Germany submitted a VNR to the UN in 2016.

The most important enabling factor for implementing the SDGs in Germany is the institutional architecture for the G National Sustainable Development Strategy (GSDS) and the fact that the primary responsibility for the GSDS lies with the federal chancellery. The GSDS outlines how the guiding principle of sustainability is to be implemented in the federal government’s current and future work. The Committee of State Secretaries on Sustainable Development steers progress on the GSDS and oversees its revision (Thomson, 2017). The work and interaction of the State Secretaries’ Committee on Sustainable Development (StA NHK), the Parliamentary Advisory Council on Sustainable Development (PBnE) and the Sustainable Development Council (RNE) have proven to be effective and will be continued. The aim of the StA NHK is to focus cooperation between the ministries’ various policy areas on common sustainable development through implementation of the GSDS and the SDGs. The PBnE plays an important role at the interface between society and politics. The RNE has a dual function: it is a stakeholder in the social dialogue on sustainability and an advisor to the federal government.

In 2018, the federal chancellery initiated a process to revise the GSDS and align it with the 2030 Agenda. The process involved all ministries, the parliament, the federal state, authorities at the regional and local level, civil society, the private sector and academia (Federal Republic of Germany, 2016). The updated GSDS constitutes a framework for tracking Germany’s progress towards the 2030 Agenda. Tools include biannual monitoring reports by the Federal Statistical Office as well as four-year progress reports on the GSDS (Thomson, 2017). In June 2018, all members of the public, associations and organisations were once again — as was the case when the 2016 German Sustainable Development Strategy was drafted — invited to contribute their own ideas to the process of compiling the updated GSDS. Currently, updating the GSDS also takes place in dialogue with the population. Around 1 500 citizens took part in dialogue conferences nationwide from October 2019 to February 2020.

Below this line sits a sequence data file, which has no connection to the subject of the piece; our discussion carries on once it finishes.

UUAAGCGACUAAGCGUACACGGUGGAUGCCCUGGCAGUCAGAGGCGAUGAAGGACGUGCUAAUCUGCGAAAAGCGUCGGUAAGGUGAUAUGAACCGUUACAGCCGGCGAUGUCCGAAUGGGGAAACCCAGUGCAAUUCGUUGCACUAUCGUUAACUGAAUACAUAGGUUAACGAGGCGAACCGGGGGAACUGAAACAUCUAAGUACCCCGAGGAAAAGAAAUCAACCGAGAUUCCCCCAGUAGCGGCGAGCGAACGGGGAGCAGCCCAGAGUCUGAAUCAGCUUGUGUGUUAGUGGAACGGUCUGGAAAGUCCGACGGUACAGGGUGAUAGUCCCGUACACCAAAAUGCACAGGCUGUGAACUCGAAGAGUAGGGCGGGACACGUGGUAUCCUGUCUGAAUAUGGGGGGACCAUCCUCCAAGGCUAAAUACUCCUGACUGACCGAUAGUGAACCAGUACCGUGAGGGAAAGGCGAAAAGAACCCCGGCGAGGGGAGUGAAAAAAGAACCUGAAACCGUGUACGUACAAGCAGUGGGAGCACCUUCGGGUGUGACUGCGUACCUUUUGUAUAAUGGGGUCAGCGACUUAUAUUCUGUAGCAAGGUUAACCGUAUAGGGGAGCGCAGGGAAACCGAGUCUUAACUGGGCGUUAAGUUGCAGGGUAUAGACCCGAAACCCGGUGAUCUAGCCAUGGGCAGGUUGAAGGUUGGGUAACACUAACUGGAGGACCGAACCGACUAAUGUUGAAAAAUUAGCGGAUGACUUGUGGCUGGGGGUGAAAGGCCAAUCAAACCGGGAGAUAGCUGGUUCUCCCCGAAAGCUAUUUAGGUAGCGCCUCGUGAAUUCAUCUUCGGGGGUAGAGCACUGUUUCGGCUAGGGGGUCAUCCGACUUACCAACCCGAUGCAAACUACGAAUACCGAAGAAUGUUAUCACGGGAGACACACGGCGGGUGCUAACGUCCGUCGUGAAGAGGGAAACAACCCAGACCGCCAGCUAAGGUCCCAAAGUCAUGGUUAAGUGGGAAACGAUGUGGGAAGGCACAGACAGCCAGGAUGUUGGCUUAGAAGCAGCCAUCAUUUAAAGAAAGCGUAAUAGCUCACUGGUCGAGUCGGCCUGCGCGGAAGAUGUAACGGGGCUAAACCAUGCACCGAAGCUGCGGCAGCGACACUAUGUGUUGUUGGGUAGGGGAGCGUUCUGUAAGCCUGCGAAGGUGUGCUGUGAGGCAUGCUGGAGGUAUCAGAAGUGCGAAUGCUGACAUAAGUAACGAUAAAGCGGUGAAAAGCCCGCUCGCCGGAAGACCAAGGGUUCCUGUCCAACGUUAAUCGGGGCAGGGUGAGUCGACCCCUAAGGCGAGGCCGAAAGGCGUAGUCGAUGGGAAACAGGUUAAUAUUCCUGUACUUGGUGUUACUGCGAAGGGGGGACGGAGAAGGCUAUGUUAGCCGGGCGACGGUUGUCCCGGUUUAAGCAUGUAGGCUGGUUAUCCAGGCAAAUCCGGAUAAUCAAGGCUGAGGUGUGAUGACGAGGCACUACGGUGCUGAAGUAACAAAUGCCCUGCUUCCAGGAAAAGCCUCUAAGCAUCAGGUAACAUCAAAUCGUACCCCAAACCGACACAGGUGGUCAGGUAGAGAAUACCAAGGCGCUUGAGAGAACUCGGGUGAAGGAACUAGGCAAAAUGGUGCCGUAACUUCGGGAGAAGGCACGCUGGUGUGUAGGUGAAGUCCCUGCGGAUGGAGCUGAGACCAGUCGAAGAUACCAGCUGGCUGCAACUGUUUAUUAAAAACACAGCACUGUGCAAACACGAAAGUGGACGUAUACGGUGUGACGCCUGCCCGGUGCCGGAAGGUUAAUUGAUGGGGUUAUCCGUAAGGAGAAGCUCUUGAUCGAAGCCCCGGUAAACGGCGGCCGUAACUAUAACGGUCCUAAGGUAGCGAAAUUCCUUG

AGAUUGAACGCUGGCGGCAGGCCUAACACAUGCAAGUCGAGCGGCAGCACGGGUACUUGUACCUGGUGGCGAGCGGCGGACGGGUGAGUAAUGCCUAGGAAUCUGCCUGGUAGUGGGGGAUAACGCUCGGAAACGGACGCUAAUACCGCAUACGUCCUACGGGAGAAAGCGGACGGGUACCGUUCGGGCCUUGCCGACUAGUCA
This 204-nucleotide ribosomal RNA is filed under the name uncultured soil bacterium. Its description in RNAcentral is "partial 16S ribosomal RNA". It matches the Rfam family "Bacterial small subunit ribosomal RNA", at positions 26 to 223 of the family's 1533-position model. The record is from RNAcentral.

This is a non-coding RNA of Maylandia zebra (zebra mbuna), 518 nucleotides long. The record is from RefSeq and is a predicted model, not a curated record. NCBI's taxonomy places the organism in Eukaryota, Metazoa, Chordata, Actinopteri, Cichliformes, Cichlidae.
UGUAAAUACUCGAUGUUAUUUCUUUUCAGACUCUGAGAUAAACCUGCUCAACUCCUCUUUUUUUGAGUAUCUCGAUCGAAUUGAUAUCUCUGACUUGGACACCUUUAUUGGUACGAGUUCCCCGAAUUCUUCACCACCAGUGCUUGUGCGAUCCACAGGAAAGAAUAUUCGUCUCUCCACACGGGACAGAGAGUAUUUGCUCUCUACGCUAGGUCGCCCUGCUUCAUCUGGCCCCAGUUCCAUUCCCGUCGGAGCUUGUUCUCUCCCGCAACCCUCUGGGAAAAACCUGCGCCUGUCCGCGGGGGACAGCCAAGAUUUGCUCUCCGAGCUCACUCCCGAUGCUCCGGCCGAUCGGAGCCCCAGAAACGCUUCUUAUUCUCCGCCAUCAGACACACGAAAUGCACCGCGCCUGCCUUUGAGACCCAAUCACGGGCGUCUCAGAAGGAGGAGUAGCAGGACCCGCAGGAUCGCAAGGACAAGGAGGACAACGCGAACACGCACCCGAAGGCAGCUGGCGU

The GSDS highlights the need to strengthen the involvement of societal stakeholders. In recent years, for example, the Sustainability Forum and the Science Platform Sustainability 2030 were established. The Forum is held annually and helps the federal government to communicate with key stakeholders about the status and future of implementation of the Sustainable Development Strategy and the 2030 Agenda. The platform is intended as an interface between academia, society and policy to support implementation of the GSDS and the SDGs with scientific expertise (Federal Republic of Germany, 2016).


DESTATIS, 2016, Sustainable Development in Germany – Indicator Report 2016, Statistisches Bundesamt, Wiesbaden, Germany ( accessed 8 November 2017. 

Federal Republic of Germany, 2016,Deutsche Nachhaltigkeitsstrategie, Die Bundesregierung, Germany ( accessed 24 October 2017. 

Thomson, P., 2017, National Statement by Peter Thomson, Federal Republic of Germany ( ) accessed 11 November 2017.



The country assessments are the sole responsibility of the EEA member and cooperating countries supported by the EEA through guidance, translation and editing.